Take the 2-minute tour ×
Stack Overflow is a question and answer site for professional and enthusiast programmers. It's 100% free, no registration required.

My UserControl references a C++/CLI wrapper to an unmanaged C++ dll. When I try to add the UserControl to a form, I get a Visual Studio error, which says "Failed to create component 'userControl'", giving a System.IO.FileNotFoundException as the cause.

From what I've been able to determine, the problem stems from visual studio not copying the C++/CLI wrapper assembly's unmanaged dependencies. If I put the unmanaged dependencies on the system PATH, everything works fine.

Is there a better way of doing this?

share|improve this question

2 Answers 2

up vote 1 down vote accepted

The easiest thing to do would be to include the actual .dll in your project, mark its build action as "Content", then set the Copy to Output Directory to "Always". This should get the .dll into your output directory so that your application can run, and just including the file in the project should put it in the project directory so that the designer can find it.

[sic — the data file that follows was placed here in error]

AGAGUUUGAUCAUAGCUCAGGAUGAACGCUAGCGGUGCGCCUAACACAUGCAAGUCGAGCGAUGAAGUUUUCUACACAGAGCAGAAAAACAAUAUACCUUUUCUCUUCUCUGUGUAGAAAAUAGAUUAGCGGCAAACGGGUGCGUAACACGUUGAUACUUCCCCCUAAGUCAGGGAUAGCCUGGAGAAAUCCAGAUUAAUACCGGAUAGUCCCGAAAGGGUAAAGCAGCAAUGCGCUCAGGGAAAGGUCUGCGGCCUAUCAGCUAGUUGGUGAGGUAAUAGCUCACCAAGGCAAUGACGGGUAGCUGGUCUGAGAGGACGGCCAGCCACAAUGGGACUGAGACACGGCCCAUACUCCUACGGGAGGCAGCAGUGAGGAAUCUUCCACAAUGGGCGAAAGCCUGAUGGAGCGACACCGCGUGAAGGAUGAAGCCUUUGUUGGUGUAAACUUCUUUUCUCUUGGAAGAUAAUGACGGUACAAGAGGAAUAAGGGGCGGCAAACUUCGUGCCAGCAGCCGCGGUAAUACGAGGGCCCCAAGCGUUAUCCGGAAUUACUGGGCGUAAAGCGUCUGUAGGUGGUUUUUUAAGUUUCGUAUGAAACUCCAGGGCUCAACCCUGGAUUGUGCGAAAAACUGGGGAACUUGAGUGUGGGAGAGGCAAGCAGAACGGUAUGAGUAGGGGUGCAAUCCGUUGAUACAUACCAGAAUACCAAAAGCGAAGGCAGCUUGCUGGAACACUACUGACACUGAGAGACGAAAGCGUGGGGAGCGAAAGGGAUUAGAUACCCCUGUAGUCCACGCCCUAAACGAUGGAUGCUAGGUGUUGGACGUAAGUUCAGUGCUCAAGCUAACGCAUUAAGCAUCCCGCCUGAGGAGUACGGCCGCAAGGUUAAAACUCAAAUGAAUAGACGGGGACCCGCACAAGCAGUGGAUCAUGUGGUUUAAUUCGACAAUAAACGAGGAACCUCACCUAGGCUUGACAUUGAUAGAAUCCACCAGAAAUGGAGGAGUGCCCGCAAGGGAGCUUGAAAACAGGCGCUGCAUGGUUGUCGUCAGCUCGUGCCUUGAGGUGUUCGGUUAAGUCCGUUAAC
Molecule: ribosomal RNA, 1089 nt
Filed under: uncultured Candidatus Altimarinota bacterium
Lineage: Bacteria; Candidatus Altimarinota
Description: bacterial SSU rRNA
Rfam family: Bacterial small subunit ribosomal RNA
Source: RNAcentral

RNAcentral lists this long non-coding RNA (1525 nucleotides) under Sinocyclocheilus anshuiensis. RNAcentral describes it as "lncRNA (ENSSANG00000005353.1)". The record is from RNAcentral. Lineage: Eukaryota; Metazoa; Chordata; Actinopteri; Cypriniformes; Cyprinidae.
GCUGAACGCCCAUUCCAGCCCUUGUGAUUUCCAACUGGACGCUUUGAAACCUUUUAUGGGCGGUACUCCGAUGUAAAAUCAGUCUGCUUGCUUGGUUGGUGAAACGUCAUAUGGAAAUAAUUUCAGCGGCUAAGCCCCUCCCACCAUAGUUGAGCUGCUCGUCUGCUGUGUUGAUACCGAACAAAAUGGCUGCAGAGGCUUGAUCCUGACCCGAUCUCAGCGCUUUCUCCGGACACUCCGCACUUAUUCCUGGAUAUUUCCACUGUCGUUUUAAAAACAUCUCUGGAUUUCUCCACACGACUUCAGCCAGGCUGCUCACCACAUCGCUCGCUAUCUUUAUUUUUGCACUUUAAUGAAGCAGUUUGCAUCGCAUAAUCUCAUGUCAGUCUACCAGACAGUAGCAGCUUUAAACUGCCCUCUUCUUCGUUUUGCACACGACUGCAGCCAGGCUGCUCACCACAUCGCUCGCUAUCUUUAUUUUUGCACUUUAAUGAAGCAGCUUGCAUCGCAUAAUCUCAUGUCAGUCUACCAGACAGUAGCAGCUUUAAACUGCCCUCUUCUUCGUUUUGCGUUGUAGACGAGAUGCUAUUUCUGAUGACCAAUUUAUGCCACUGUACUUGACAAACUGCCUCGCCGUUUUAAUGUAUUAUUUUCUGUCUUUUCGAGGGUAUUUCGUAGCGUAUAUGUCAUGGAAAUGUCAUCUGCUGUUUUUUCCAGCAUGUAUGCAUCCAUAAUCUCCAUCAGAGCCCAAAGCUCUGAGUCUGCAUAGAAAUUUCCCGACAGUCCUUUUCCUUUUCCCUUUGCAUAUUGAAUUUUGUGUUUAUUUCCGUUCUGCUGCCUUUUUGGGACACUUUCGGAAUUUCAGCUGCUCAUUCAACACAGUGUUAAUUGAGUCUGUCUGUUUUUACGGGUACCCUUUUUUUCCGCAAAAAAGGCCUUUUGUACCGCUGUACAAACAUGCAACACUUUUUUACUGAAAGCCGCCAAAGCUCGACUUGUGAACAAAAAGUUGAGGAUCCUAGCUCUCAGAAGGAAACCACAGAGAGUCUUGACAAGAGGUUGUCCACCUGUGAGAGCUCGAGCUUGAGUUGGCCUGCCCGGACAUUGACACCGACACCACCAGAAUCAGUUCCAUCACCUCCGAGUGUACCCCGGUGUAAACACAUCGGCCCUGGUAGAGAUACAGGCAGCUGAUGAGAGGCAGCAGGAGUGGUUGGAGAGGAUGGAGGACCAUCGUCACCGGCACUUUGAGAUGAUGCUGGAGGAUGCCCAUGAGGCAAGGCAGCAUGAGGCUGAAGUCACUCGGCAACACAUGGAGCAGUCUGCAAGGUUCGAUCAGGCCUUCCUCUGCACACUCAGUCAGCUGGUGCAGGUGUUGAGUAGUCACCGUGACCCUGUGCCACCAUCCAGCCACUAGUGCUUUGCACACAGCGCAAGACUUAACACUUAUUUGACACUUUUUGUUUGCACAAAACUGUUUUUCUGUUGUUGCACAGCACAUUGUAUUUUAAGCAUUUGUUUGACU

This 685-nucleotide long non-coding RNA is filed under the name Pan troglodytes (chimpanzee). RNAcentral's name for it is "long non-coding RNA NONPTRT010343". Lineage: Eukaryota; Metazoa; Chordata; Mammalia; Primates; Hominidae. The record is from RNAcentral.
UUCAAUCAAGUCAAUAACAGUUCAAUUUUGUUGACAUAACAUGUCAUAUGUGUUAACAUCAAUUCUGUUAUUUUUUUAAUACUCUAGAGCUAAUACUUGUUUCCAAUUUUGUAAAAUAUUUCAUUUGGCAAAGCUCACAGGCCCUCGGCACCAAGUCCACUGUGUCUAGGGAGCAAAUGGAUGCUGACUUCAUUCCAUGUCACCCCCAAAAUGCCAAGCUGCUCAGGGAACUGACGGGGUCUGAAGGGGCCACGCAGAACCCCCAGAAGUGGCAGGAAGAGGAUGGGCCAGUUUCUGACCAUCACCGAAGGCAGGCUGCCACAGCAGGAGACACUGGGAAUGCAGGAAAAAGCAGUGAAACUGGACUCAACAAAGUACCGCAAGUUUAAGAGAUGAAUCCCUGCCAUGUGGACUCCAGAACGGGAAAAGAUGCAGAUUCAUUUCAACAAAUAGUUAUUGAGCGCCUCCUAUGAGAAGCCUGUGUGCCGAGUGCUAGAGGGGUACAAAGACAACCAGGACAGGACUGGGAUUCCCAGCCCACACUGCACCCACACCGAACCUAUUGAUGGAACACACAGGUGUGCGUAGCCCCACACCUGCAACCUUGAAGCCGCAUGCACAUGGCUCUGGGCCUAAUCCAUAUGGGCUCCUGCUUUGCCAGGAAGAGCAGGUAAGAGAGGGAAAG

Be sure that your setup project includes a project output for the Content files from that project as well.

Edit

If those don't work, you can also edit the reference paths of the project itself (in the project properties), though I am not certain that this will affect the designer. If that doesn't then your only real option is to have the .dll in one of the system path directories.

share|improve this answer
    
I tried doing as you suggested with both the C++/CLI wrapper project, and with the project the user control is in, to no avail. –  sgrassie May 3 '09 at 15:19
    
Edited to provide some additional ideas. –  Adam Robinson May 3 '09 at 15:48

Old thread, but submitting my solution since I just encountered the issue and found this question during the process.

Basically I just made the native DLLs to be delay loaded in my wrapper C++/CLI library. Since the C++/CLI part of the wrapper contains the interface specs used by Visual Studio and the framework, the native DLL is never needed or loaded. I answered it with a little more details in this question too: http://stackoverflow.com/a/15481687/34440

share|improve this answer

Your Answer

 
discard

By posting your answer, you agree to the privacy policy and terms of service.

Not the answer you're looking for? Browse other questions tagged or ask your own question.